Education is Liberation

One of the greatest losses suffered by abandoning our classical Christian heritage has been the loss of intellectual freedom. Classical education has also been called the liberal arts because it prepares people to be at liberty intellectually. The goal of the education being given at St. Abe’s is to provide students with the tools of learning so they will be able to think with wisdom for themselves. In abandoning this type of education, we, as a nation, have set the stage for ourselves and our children to be easily enslaved by the prevailing doctrines of our day. In T.S. Eliot’s words, we have set ourselves up to become a great body of “men and women detached from tradition, alienated from religion, and susceptible to mass suggestion: in other words, we have become a mob” which is “no less a mob if it is well fed, well clothed , well housed, and well disciplined.” This is no less evident than in election years! Our children no longer have the mental will to not fall prey to the clamoring of the loudest voice which is grasping for our attention. Instead, they mindlessly follow the latest pied piper of the day, lured by the newest tune.

Dorothy Sayers, in an essay on what she calls the lost tools of learning, recognizes the intellectual enslavement we ensure for our children by neglecting our classical Christian heritage. Writing in 1947, she says:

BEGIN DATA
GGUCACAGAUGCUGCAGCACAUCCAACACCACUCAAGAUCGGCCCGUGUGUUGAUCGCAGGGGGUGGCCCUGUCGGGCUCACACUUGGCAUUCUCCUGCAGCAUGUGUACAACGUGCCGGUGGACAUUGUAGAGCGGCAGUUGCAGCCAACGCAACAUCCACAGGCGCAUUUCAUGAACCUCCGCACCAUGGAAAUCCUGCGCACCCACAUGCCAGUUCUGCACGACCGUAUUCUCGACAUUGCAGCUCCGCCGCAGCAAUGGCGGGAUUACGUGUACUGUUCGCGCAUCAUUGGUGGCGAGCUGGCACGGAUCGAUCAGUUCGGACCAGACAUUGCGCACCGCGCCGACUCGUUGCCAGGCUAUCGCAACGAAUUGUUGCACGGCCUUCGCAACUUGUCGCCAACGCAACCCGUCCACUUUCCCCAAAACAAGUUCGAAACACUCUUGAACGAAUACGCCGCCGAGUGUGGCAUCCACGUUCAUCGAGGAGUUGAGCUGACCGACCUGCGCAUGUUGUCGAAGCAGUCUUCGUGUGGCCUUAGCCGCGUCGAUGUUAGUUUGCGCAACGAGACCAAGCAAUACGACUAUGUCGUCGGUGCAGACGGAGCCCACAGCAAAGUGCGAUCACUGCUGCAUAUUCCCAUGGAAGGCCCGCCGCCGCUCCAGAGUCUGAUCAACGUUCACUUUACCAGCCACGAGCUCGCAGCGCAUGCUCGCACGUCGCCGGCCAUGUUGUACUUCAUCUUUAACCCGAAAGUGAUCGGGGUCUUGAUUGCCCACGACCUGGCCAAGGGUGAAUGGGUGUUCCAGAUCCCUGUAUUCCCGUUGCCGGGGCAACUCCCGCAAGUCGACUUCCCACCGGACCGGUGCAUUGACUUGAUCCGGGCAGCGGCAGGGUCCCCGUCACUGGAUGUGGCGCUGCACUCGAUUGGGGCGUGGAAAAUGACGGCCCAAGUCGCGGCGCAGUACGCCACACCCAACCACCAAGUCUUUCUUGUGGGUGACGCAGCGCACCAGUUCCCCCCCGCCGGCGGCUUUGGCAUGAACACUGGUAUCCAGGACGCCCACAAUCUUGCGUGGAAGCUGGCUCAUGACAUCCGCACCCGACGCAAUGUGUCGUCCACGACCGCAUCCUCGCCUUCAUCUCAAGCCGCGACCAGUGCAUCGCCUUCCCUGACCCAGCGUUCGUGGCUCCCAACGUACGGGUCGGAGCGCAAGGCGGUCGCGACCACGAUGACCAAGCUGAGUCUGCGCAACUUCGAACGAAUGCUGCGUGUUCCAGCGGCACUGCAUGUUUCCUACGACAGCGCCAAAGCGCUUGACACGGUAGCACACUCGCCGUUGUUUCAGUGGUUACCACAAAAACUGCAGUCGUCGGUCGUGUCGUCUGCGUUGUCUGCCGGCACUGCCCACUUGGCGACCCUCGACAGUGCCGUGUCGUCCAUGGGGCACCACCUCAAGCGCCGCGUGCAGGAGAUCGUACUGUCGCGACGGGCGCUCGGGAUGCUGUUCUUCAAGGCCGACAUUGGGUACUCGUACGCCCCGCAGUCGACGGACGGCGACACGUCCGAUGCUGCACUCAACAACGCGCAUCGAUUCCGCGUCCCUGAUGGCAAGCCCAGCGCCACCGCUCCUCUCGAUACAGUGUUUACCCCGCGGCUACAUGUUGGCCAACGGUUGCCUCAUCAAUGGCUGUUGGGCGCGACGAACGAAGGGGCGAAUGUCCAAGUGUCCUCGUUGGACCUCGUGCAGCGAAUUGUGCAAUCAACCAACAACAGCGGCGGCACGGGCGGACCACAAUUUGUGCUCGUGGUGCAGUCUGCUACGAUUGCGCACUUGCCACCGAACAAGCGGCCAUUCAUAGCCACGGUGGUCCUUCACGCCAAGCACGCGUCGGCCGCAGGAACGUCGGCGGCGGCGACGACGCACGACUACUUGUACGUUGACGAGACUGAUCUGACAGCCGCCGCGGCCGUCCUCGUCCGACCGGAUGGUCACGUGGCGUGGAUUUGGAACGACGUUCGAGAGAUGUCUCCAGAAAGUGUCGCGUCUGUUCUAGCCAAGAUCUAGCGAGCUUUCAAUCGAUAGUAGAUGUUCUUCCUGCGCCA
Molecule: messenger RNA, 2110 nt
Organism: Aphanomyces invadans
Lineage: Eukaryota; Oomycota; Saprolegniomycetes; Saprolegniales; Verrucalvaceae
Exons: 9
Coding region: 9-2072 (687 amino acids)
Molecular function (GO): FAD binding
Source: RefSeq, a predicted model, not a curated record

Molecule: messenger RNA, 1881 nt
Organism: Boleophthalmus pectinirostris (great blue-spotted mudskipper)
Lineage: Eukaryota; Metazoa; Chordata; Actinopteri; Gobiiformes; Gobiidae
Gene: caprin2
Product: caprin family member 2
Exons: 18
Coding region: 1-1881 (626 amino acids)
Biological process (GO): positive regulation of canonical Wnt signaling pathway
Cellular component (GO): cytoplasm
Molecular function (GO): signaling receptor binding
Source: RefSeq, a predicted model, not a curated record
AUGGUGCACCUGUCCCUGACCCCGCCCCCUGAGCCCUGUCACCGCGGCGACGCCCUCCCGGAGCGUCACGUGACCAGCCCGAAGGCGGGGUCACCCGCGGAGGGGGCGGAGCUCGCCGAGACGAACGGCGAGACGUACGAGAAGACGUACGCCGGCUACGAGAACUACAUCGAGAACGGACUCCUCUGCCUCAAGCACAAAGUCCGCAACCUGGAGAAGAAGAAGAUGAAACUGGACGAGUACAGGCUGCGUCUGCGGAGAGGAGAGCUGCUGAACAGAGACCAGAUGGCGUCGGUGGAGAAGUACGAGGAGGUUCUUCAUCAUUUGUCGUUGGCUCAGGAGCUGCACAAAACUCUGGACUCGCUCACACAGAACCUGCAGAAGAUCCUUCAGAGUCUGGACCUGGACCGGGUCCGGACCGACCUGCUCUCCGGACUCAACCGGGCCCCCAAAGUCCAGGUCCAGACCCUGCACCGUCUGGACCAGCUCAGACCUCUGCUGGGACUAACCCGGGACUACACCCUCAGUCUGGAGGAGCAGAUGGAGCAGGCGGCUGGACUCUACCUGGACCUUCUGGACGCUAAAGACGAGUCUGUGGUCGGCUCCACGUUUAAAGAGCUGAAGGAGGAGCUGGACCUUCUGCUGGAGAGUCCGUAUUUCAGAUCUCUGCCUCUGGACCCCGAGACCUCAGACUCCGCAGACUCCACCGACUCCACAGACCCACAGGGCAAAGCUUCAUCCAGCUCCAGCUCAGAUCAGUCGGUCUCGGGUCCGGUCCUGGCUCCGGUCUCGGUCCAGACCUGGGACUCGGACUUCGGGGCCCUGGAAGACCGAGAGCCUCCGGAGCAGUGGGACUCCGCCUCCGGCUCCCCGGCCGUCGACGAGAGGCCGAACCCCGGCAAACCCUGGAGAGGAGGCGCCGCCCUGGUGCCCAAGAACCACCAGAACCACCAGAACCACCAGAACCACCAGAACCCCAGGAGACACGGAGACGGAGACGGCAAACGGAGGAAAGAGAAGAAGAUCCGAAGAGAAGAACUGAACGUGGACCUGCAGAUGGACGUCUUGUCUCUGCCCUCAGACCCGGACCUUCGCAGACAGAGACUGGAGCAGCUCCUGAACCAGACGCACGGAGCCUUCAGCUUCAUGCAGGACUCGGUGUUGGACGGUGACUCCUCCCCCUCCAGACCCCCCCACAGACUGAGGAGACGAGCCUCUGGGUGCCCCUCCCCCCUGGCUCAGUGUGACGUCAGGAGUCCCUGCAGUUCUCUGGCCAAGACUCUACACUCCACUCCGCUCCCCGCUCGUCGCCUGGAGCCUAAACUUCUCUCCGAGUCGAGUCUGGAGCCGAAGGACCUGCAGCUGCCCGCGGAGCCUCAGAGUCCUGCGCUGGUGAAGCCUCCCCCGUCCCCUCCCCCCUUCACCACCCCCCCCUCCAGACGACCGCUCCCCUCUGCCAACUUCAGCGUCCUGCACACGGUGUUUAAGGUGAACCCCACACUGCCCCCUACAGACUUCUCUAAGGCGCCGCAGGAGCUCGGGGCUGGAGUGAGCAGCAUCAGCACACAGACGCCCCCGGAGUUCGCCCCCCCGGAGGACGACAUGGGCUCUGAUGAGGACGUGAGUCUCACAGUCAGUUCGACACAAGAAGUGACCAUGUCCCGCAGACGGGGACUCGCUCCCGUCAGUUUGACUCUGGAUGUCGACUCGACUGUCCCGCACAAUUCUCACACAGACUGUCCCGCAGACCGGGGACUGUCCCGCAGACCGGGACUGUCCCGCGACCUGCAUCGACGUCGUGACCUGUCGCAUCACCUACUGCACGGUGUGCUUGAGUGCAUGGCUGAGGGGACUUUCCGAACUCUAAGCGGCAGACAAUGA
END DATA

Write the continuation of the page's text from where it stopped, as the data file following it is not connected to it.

“We let our young men and women go out unarmed, in a day when armor was never so necessary. By teaching them all to read, we have left them at the mercy of the printed word. By the invention of the film and the radio, we have made certain that no aversion to reading shall secure them from the incessant battery of words, words, words. They do not know what the words mean; they do not know how to ward them off or blunt their edge or fling them back; they are a prey to words in their emotions instead of being the masters of them in their intellects. We who were scandalized in 1940 when men were sent to fight armored tanks with rifles, are not scandalized when young men and women are sent into the world to fight massed propaganda with a smattering of “subjects”; and when whole classes and whole nations become hypnotized by the arts of the spell binder, we have the impudence to be astonished.”

Even more so today than seven decades ago, our children are at the mercy of the printed word. St. Abe’s exists for the purpose of making students masters of words, rather than slaves to them. Ironically, the first step in doing so is also why St. Abe’s exists we want our students to be slaves of The Word, for this is the first step to truly being free.

Corey McEachran

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